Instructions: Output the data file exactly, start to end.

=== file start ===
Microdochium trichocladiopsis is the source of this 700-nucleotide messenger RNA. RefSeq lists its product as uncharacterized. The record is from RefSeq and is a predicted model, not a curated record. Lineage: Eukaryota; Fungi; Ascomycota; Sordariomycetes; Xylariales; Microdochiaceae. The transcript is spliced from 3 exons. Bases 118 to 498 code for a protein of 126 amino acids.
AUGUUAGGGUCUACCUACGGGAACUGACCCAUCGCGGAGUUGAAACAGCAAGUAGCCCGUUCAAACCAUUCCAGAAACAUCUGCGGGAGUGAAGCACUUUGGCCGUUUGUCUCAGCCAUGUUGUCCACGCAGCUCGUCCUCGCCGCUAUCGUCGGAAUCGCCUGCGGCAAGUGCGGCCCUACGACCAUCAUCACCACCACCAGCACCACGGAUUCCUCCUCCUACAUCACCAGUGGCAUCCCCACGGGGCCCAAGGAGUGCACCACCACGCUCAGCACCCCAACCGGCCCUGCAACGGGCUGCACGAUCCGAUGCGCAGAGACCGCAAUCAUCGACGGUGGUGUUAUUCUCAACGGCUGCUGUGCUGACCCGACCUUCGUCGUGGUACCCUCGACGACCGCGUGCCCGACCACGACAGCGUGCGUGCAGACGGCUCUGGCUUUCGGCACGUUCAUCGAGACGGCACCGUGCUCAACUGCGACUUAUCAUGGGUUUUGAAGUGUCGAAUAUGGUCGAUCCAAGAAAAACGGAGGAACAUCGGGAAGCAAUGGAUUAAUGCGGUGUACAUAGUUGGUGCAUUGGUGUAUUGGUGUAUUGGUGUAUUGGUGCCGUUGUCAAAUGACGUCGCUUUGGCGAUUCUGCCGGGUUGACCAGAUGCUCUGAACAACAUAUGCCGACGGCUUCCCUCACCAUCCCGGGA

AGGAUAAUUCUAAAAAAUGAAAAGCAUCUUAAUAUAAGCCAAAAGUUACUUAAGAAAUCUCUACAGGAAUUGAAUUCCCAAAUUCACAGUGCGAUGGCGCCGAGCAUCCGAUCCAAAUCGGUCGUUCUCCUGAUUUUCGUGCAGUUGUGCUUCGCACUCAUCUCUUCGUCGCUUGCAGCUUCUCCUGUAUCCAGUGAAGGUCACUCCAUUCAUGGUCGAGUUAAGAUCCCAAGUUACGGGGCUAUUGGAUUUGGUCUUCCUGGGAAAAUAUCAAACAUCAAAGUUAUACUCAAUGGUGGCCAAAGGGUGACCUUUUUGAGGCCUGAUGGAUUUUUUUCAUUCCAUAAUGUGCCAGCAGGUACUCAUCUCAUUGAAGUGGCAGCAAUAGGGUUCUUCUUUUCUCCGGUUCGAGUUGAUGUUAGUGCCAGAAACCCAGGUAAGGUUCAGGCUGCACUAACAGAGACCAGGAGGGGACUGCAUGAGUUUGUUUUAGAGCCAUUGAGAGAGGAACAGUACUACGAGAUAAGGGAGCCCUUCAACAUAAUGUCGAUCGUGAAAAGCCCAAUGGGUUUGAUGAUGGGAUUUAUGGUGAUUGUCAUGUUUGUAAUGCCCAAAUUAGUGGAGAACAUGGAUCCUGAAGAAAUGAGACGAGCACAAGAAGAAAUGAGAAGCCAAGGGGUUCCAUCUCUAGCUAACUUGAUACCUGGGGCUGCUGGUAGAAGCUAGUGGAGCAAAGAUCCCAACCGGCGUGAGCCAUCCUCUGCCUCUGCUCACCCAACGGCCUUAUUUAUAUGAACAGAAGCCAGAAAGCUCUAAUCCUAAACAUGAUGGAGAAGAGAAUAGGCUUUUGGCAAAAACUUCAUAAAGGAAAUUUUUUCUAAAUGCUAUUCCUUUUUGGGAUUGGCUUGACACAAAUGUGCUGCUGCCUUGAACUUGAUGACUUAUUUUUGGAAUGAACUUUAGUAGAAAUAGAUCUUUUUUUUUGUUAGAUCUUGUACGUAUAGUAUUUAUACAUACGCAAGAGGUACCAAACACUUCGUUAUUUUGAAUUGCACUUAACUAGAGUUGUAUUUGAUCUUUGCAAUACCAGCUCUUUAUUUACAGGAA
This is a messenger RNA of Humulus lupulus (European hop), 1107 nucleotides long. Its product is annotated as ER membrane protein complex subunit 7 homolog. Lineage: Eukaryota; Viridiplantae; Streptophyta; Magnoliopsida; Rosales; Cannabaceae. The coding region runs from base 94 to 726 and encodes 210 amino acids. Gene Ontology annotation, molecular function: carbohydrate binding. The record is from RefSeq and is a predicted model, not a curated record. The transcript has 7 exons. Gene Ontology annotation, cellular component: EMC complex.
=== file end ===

Microdochium trichocladiopsis is the source of this 700-nucleotide messenger RNA. RefSeq lists its product as uncharacterized. The record is from RefSeq and is a predicted model, not a curated record. Lineage: Eukaryota; Fungi; Ascomycota; Sordariomycetes; Xylariales; Microdochiaceae. The transcript is spliced from 3 exons. Bases 118 to 498 code for a protein of 126 amino acids.
AUGUUAGGGUCUACCUACGGGAACUGACCCAUCGCGGAGUUGAAACAGCAAGUAGCCCGUUCAAACCAUUCCAGAAACAUCUGCGGGAGUGAAGCACUUUGGCCGUUUGUCUCAGCCAUGUUGUCCACGCAGCUCGUCCUCGCCGCUAUCGUCGGAAUCGCCUGCGGCAAGUGCGGCCCUACGACCAUCAUCACCACCACCAGCACCACGGAUUCCUCCUCCUACAUCACCAGUGGCAUCCCCACGGGGCCCAAGGAGUGCACCACCACGCUCAGCACCCCAACCGGCCCUGCAACGGGCUGCACGAUCCGAUGCGCAGAGACCGCAAUCAUCGACGGUGGUGUUAUUCUCAACGGCUGCUGUGCUGACCCGACCUUCGUCGUGGUACCCUCGACGACCGCGUGCCCGACCACGACAGCGUGCGUGCAGACGGCUCUGGCUUUCGGCACGUUCAUCGAGACGGCACCGUGCUCAACUGCGACUUAUCAUGGGUUUUGAAGUGUCGAAUAUGGUCGAUCCAAGAAAAACGGAGGAACAUCGGGAAGCAAUGGAUUAAUGCGGUGUACAUAGUUGGUGCAUUGGUGUAUUGGUGUAUUGGUGUAUUGGUGCCGUUGUCAAAUGACGUCGCUUUGGCGAUUCUGCCGGGUUGACCAGAUGCUCUGAACAACAUAUGCCGACGGCUUCCCUCACCAUCCCGGGA

AGGAUAAUUCUAAAAAAUGAAAAGCAUCUUAAUAUAAGCCAAAAGUUACUUAAGAAAUCUCUACAGGAAUUGAAUUCCCAAAUUCACAGUGCGAUGGCGCCGAGCAUCCGAUCCAAAUCGGUCGUUCUCCUGAUUUUCGUGCAGUUGUGCUUCGCACUCAUCUCUUCGUCGCUUGCAGCUUCUCCUGUAUCCAGUGAAGGUCACUCCAUUCAUGGUCGAGUUAAGAUCCCAAGUUACGGGGCUAUUGGAUUUGGUCUUCCUGGGAAAAUAUCAAACAUCAAAGUUAUACUCAAUGGUGGCCAAAGGGUGACCUUUUUGAGGCCUGAUGGAUUUUUUUCAUUCCAUAAUGUGCCAGCAGGUACUCAUCUCAUUGAAGUGGCAGCAAUAGGGUUCUUCUUUUCUCCGGUUCGAGUUGAUGUUAGUGCCAGAAACCCAGGUAAGGUUCAGGCUGCACUAACAGAGACCAGGAGGGGACUGCAUGAGUUUGUUUUAGAGCCAUUGAGAGAGGAACAGUACUACGAGAUAAGGGAGCCCUUCAACAUAAUGUCGAUCGUGAAAAGCCCAAUGGGUUUGAUGAUGGGAUUUAUGGUGAUUGUCAUGUUUGUAAUGCCCAAAUUAGUGGAGAACAUGGAUCCUGAAGAAAUGAGACGAGCACAAGAAGAAAUGAGAAGCCAAGGGGUUCCAUCUCUAGCUAACUUGAUACCUGGGGCUGCUGGUAGAAGCUAGUGGAGCAAAGAUCCCAACCGGCGUGAGCCAUCCUCUGCCUCUGCUCACCCAACGGCCUUAUUUAUAUGAACAGAAGCCAGAAAGCUCUAAUCCUAAACAUGAUGGAGAAGAGAAUAGGCUUUUGGCAAAAACUUCAUAAAGGAAAUUUUUUCUAAAUGCUAUUCCUUUUUGGGAUUGGCUUGACACAAAUGUGCUGCUGCCUUGAACUUGAUGACUUAUUUUUGGAAUGAACUUUAGUAGAAAUAGAUCUUUUUUUUUGUUAGAUCUUGUACGUAUAGUAUUUAUACAUACGCAAGAGGUACCAAACACUUCGUUAUUUUGAAUUGCACUUAACUAGAGUUGUAUUUGAUCUUUGCAAUACCAGCUCUUUAUUUACAGGAA
This is a messenger RNA of Humulus lupulus (European hop), 1107 nucleotides long. Its product is annotated as ER membrane protein complex subunit 7 homolog. Lineage: Eukaryota; Viridiplantae; Streptophyta; Magnoliopsida; Rosales; Cannabaceae. The coding region runs from base 94 to 726 and encodes 210 amino acids. Gene Ontology annotation, molecular function: carbohydrate binding. The record is from RefSeq and is a predicted model, not a curated record. The transcript has 7 exons. Gene Ontology annotation, cellular component: EMC complex.